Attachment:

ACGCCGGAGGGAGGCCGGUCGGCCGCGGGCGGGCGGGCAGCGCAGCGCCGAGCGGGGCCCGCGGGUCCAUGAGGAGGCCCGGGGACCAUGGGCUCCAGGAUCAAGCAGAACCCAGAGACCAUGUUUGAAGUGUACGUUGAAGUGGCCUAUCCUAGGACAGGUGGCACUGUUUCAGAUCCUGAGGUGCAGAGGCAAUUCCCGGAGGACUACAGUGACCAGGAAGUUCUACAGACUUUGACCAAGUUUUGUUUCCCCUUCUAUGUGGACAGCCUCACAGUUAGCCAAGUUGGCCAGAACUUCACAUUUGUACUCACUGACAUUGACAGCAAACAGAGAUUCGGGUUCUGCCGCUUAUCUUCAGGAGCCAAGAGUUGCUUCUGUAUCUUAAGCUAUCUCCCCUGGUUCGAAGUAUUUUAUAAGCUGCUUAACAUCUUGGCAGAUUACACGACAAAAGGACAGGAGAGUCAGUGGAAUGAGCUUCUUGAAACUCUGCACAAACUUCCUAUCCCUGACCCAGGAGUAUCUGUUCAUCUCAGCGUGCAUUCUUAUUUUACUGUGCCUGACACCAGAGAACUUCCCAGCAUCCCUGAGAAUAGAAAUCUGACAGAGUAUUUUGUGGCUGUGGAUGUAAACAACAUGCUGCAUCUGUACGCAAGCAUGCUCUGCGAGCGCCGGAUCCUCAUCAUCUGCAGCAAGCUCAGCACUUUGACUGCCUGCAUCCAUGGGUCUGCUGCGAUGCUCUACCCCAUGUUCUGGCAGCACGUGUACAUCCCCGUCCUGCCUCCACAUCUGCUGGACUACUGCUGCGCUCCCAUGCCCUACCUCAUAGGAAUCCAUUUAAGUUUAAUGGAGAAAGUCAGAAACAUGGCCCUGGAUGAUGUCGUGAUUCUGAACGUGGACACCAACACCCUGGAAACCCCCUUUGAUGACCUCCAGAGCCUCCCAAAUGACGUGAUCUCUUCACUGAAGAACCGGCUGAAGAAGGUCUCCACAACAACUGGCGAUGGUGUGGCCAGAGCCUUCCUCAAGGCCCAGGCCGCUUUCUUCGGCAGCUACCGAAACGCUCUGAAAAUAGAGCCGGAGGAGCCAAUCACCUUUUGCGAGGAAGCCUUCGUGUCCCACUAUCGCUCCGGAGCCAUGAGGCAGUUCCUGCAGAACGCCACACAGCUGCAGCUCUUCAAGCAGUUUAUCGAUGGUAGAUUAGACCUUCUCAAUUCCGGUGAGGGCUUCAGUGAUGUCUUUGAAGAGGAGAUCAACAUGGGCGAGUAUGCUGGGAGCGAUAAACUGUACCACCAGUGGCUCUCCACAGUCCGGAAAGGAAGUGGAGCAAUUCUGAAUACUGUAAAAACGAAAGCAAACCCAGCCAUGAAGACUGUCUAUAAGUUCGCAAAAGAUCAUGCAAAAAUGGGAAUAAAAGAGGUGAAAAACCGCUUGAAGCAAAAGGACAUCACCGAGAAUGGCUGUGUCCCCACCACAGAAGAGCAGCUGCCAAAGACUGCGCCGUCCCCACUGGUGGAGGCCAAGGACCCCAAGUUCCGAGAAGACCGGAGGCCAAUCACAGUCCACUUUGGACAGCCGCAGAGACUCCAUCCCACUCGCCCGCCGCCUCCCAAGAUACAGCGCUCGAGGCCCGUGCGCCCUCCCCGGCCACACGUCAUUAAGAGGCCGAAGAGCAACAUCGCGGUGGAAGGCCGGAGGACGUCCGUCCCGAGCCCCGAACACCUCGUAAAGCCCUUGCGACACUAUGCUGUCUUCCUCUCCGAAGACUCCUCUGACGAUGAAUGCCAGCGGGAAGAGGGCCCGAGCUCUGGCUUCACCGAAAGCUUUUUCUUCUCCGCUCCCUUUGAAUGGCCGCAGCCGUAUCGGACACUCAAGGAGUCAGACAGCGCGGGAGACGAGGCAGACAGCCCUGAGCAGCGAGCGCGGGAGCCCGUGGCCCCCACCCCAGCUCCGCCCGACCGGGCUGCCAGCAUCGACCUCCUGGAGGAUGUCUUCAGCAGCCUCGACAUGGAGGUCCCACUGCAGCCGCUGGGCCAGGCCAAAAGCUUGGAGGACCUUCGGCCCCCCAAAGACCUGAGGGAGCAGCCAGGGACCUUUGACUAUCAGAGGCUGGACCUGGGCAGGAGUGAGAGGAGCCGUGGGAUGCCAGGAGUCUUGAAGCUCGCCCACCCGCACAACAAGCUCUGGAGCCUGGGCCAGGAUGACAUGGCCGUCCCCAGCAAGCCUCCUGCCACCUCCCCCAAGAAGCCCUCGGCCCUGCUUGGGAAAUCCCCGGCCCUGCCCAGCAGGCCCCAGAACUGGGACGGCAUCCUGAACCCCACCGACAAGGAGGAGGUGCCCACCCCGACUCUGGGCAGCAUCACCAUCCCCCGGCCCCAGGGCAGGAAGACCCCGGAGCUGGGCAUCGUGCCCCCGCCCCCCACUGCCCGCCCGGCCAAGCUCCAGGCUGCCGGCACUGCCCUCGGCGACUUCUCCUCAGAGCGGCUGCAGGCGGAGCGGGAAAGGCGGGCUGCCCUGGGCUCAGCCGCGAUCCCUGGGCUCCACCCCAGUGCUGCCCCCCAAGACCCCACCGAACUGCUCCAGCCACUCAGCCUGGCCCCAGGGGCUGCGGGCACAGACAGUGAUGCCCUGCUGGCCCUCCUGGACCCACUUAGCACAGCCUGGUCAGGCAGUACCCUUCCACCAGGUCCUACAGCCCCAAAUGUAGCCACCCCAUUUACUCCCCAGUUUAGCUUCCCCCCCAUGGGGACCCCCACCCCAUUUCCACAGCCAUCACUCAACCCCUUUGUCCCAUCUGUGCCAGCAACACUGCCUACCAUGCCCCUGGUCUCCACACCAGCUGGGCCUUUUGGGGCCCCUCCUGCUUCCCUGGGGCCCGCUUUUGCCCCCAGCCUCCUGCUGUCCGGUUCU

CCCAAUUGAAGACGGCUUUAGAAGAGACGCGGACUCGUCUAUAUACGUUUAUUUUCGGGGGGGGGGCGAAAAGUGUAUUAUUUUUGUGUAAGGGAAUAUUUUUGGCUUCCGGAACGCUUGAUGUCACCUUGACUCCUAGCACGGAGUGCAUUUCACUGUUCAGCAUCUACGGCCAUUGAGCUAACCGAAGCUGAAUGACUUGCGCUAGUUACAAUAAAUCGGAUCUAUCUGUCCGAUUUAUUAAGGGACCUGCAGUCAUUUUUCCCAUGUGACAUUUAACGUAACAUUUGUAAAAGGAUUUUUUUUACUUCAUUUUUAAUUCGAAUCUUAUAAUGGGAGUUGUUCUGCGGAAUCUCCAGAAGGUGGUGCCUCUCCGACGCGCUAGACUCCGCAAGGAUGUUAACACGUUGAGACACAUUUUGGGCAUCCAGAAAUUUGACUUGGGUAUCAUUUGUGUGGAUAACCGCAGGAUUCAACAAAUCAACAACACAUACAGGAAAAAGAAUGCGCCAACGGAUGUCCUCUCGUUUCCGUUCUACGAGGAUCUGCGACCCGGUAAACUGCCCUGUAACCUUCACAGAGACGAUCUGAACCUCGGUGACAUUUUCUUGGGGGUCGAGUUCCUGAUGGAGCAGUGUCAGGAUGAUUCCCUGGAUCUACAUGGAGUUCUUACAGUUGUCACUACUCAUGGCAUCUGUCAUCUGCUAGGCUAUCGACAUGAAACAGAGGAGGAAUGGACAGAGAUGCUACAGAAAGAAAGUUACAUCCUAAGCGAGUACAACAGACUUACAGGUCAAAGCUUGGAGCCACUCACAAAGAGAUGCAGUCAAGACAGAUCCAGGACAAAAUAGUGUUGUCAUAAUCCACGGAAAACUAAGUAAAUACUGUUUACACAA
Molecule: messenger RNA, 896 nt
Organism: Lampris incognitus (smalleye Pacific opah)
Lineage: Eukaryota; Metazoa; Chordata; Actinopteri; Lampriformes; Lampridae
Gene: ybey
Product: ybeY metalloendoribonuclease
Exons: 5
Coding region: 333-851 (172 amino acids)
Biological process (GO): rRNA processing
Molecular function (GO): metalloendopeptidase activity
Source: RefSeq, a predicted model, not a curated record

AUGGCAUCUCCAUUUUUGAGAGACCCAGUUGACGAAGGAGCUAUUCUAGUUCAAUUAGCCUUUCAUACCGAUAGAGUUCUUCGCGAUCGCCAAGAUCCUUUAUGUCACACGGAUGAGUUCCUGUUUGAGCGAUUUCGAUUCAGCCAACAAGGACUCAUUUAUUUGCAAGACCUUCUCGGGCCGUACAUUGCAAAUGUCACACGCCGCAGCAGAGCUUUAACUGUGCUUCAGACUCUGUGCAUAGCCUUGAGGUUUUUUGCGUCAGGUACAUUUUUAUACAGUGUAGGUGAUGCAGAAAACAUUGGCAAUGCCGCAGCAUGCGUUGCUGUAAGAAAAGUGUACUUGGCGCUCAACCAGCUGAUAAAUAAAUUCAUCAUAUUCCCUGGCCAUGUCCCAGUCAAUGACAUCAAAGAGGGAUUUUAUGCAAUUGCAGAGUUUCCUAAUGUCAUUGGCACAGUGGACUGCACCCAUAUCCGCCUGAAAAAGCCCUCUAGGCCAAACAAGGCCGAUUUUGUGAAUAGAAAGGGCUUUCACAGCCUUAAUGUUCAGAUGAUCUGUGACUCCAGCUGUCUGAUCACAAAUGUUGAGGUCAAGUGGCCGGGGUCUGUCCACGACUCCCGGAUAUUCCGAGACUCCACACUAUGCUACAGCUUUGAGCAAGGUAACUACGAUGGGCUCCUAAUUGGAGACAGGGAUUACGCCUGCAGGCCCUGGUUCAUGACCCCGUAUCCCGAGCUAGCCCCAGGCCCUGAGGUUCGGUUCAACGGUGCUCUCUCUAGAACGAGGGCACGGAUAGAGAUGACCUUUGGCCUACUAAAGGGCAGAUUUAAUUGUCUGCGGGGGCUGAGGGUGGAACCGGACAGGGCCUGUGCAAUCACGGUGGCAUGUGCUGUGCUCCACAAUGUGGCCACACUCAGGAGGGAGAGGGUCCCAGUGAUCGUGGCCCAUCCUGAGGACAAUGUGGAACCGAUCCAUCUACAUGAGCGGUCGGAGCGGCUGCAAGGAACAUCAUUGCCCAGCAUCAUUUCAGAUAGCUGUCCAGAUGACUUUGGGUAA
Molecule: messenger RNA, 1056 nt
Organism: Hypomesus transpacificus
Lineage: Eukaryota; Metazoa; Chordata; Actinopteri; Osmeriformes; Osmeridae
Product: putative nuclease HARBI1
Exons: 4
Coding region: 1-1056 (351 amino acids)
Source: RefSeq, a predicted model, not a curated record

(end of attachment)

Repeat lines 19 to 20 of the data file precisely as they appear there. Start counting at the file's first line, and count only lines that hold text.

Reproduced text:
Coding region: 1-1056 (351 amino acids)
Source: RefSeq, a predicted model, not a curated record